Southern Baptist pastor killed in triple murder
BRADENTON, Fla. (Christian Examiner) -- A Southern Baptist pastor was killled in a triple homicide in the Tampa Bay area Dec. 4, which also took the life of the church's nursery director and her friend. The suspected shooter is still loose.
James "Tripp" Battle, 31, lead pastor of Bayshore Baptist Church in Bradenton, Florida, was found shot to death in a residence at the church, according to news reports.
Deputies continue early Friday morning to search for Andres "Andy" Avalos, 33, husband of another of the victims, Amber Avalos, 32, whose body was found in her home, away from the church property, along with that of Denise Potter, 46, the Avalos' friend.
Battle, a Bradenton native, is survived by his wife, Joy, and two young children, Sophie and Joshua. Joy Battle is the daughter of Keith Johnson, executive pastor of Wayside Baptist Church in Miami, according to James Peoples, president of the Florida Baptist Convention.
Andy Avalos Jr. father, Andy Avalos Sr., leads Spanish worship for a ministry of Woodland Community Church in Bradenton, Peoples said, and was estranged from his wife who was a member of Bayshore Baptist, and also served on its staff, directing the nursery and children's departments. She had six children.
"There are so many connections here," Peoples told Christian Examiner.
WFLA reported the church's former pastor Ron Hazlette said the church grew under Battle's leadership.
"Tripp brought a new dimension to the church. His youth, he had some things in his background that allowed him to identify and save people that he was able to reach for the Lord."
Throughout Thursday, people responded to Twitter and Facebook postings about Battle's death – sharing memories and noting shock, anger and grief.
Just weeks ago, Peoples said, Battle, a graduate of the Baptist College of Florida at Graceville, was at the Florida Baptist Convention annual meeting in Lakeland -- spending time with church planters and other leaders with whom he had made connections throughout his near decade of ministry.
"This is just heartbreaking," Peoples said. "This is just another example of how the actions of one can affect so many people, and more evidence that this is a broken world and Jesus is the only answer.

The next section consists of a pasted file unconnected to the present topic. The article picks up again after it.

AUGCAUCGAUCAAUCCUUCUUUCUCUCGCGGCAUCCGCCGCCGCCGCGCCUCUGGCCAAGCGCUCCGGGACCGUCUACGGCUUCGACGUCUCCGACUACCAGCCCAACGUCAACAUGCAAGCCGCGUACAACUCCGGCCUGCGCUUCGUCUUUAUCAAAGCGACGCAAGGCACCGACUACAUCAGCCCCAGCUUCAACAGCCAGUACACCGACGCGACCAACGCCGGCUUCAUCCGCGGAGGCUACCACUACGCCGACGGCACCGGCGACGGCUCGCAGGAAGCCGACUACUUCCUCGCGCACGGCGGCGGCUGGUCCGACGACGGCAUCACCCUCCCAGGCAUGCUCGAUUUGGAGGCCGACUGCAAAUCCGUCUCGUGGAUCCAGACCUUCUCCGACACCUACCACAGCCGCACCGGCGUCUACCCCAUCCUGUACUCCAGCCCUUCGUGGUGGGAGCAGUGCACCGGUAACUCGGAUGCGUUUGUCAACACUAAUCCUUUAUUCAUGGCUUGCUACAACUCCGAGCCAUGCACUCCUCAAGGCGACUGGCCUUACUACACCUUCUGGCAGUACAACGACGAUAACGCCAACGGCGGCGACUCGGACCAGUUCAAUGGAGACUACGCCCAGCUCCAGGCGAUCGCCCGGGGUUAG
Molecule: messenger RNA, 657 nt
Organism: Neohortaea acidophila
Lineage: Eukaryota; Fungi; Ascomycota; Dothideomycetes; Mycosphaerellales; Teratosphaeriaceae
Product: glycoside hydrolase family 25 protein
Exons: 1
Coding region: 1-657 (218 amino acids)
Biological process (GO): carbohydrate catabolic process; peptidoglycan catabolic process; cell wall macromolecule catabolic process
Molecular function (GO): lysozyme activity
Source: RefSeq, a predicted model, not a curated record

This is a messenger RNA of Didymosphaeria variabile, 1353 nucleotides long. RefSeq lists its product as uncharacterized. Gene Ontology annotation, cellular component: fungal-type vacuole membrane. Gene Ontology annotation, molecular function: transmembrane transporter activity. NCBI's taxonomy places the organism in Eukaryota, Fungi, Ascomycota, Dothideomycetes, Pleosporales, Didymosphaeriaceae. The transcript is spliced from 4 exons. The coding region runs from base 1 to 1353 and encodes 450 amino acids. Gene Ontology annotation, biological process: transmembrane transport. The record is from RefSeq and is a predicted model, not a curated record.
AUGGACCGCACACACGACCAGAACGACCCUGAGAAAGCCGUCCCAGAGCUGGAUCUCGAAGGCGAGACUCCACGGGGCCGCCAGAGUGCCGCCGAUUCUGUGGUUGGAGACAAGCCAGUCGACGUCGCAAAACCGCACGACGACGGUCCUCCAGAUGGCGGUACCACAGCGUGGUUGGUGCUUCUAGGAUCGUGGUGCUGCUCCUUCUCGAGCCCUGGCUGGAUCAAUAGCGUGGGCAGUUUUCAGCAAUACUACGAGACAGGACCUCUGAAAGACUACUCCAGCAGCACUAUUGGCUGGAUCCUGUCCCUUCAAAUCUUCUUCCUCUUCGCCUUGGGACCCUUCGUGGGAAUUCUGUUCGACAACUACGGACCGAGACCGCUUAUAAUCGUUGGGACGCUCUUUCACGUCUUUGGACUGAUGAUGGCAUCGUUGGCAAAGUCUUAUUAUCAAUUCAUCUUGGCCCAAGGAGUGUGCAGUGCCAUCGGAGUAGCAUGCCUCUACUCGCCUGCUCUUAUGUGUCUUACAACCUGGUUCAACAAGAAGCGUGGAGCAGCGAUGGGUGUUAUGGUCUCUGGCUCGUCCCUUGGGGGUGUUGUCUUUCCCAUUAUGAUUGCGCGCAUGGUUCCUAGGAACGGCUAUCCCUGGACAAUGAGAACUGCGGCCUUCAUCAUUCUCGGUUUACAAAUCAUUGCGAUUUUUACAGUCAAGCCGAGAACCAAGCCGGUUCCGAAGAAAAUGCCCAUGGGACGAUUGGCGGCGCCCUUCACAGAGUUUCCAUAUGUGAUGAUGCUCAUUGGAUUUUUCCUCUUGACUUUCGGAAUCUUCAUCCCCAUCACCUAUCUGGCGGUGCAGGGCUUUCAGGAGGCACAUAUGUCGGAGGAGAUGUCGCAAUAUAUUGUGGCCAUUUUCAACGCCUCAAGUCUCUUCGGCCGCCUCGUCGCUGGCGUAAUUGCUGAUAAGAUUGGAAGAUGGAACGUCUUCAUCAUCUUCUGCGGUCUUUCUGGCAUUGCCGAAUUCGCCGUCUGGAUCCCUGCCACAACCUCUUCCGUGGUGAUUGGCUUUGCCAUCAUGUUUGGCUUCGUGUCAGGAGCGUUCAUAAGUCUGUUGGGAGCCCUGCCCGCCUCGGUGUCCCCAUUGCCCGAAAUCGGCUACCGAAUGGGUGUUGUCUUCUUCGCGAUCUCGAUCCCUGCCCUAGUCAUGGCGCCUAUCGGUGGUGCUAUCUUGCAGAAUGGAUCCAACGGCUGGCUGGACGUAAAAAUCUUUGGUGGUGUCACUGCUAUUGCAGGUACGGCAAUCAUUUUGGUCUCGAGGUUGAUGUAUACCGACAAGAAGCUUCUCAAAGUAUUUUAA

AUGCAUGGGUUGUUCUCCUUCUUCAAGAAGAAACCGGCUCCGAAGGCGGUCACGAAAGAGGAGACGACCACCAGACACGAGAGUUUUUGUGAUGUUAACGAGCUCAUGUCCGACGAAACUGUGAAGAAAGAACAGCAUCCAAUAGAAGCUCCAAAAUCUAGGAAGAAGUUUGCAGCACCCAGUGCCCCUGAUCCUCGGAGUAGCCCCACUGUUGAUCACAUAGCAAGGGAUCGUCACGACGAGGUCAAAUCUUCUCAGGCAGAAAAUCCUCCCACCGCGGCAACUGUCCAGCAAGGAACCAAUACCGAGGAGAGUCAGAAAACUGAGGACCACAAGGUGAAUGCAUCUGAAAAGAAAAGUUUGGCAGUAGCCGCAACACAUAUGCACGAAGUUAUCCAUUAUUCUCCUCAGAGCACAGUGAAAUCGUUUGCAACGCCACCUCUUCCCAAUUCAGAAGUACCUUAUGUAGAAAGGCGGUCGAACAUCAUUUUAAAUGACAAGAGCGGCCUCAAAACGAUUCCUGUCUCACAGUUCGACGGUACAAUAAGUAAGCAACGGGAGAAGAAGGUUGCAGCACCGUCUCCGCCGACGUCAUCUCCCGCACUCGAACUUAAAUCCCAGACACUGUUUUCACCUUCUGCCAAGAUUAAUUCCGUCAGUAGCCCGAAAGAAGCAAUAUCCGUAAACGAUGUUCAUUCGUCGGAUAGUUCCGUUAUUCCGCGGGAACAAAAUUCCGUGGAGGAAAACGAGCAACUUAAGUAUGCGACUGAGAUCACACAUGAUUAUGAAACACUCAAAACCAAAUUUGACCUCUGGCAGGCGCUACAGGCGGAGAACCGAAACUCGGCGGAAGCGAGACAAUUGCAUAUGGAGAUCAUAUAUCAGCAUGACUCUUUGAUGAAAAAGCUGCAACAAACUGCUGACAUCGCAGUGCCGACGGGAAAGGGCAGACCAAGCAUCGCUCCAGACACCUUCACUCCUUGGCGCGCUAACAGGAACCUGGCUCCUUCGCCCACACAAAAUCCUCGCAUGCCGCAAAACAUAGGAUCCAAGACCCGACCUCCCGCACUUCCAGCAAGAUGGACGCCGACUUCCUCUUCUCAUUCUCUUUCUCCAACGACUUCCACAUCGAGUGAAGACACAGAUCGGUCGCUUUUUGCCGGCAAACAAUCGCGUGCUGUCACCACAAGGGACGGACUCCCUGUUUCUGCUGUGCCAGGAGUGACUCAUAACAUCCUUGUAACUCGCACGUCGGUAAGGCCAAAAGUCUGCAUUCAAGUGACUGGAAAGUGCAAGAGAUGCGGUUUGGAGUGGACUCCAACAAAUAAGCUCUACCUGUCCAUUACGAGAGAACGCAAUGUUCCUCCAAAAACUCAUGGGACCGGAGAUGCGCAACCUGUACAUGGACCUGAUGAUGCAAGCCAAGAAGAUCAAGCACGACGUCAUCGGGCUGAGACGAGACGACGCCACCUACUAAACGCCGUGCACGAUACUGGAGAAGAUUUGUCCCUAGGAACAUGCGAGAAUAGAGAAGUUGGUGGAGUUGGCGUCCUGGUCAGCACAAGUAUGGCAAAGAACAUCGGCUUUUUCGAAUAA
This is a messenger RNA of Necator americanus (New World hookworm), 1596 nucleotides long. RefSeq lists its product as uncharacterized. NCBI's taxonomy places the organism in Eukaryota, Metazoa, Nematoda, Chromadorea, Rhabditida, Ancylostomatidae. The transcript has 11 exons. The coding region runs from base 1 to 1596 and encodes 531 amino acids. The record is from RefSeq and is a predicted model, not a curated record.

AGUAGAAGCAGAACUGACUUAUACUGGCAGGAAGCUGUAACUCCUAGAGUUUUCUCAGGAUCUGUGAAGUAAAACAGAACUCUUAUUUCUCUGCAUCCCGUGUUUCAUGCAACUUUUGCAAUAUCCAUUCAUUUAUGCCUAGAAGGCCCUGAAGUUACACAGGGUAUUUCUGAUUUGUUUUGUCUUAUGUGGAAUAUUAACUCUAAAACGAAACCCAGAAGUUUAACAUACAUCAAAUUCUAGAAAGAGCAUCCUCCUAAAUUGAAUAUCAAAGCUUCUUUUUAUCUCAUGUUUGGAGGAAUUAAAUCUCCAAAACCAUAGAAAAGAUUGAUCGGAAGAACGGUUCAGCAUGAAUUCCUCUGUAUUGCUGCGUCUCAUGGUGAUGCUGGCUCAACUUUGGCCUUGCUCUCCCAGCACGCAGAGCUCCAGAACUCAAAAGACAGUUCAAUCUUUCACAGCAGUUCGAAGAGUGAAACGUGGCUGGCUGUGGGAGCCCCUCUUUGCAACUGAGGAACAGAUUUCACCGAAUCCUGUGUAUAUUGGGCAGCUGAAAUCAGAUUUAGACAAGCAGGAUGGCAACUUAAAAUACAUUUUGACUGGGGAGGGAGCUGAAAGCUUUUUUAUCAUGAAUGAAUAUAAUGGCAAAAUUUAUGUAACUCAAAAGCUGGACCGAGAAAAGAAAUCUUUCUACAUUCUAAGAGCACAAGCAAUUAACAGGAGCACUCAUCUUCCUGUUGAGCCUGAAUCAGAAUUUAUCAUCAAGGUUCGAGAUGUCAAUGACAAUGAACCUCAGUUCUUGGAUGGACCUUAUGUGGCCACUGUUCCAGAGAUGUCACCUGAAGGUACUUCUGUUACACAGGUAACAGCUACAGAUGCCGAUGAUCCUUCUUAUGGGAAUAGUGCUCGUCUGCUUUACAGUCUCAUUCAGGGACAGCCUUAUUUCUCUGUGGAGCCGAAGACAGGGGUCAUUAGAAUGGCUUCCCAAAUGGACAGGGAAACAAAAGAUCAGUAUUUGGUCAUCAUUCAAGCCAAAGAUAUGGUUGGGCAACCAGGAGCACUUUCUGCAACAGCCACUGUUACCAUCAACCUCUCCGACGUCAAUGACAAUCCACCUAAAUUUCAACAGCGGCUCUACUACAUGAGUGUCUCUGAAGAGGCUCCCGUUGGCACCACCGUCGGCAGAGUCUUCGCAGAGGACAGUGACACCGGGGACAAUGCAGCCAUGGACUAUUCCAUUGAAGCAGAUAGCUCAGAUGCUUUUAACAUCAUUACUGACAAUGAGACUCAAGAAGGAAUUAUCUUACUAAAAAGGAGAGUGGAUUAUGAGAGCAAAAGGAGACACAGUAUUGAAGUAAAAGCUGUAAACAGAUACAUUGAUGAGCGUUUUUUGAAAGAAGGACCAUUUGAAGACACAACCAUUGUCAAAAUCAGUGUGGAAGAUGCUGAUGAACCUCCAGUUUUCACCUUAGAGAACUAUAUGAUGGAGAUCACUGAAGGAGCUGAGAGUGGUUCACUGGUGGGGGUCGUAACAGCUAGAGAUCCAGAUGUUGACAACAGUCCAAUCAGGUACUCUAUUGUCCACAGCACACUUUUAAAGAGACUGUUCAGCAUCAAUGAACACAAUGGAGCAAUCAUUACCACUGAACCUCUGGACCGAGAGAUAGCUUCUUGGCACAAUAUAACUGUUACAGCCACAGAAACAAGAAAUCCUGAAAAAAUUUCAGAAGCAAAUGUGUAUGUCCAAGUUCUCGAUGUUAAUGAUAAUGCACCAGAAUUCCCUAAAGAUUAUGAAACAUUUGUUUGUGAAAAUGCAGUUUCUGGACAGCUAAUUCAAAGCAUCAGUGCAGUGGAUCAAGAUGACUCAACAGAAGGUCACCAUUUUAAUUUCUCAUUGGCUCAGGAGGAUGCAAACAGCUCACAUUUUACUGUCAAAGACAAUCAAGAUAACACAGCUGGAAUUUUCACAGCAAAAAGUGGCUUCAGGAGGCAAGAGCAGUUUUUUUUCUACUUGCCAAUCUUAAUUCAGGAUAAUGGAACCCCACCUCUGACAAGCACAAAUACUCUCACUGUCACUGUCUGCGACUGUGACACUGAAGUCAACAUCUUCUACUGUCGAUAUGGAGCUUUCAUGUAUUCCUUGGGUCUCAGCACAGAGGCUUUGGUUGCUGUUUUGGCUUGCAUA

"We need to continue to pray for the many who are hurting," Peoples said.
An area pastor agreed, and speculated that it would be hard to imagine how to approach such an issue without the body of Christ united in prayer.
Ken Whitten, senior pastor of Idlewild Baptist Church near Tampa, told the Examiner pastors "can only imagine" what it would be like to minister in such circumstances.
"What makes this so tragic is the one who is so needed to minister to the family is one of the victims of this dark tragedy," he continued. "Left behind are broken hearts, broken families, unanswered questions and a world looking on with great confusion."
Speaking to the victims' families and members of Bayshore Baptist, Whitten expressed "prayers and heartfelt condolences."
"In the body of Christ when one of our members hurt, we all hurt," he said. "Our hearts are broken and we stand ready to help in any way this great church needs help."
"One thing all of us can do is pray," Whitten said. "Even our Lord said in John 12: 27, 'Now is my soul troubled, and what shall I say, ... Father glorify your name.' When we don't know what to say, we can always pray, 'Father, glorify your name.'"
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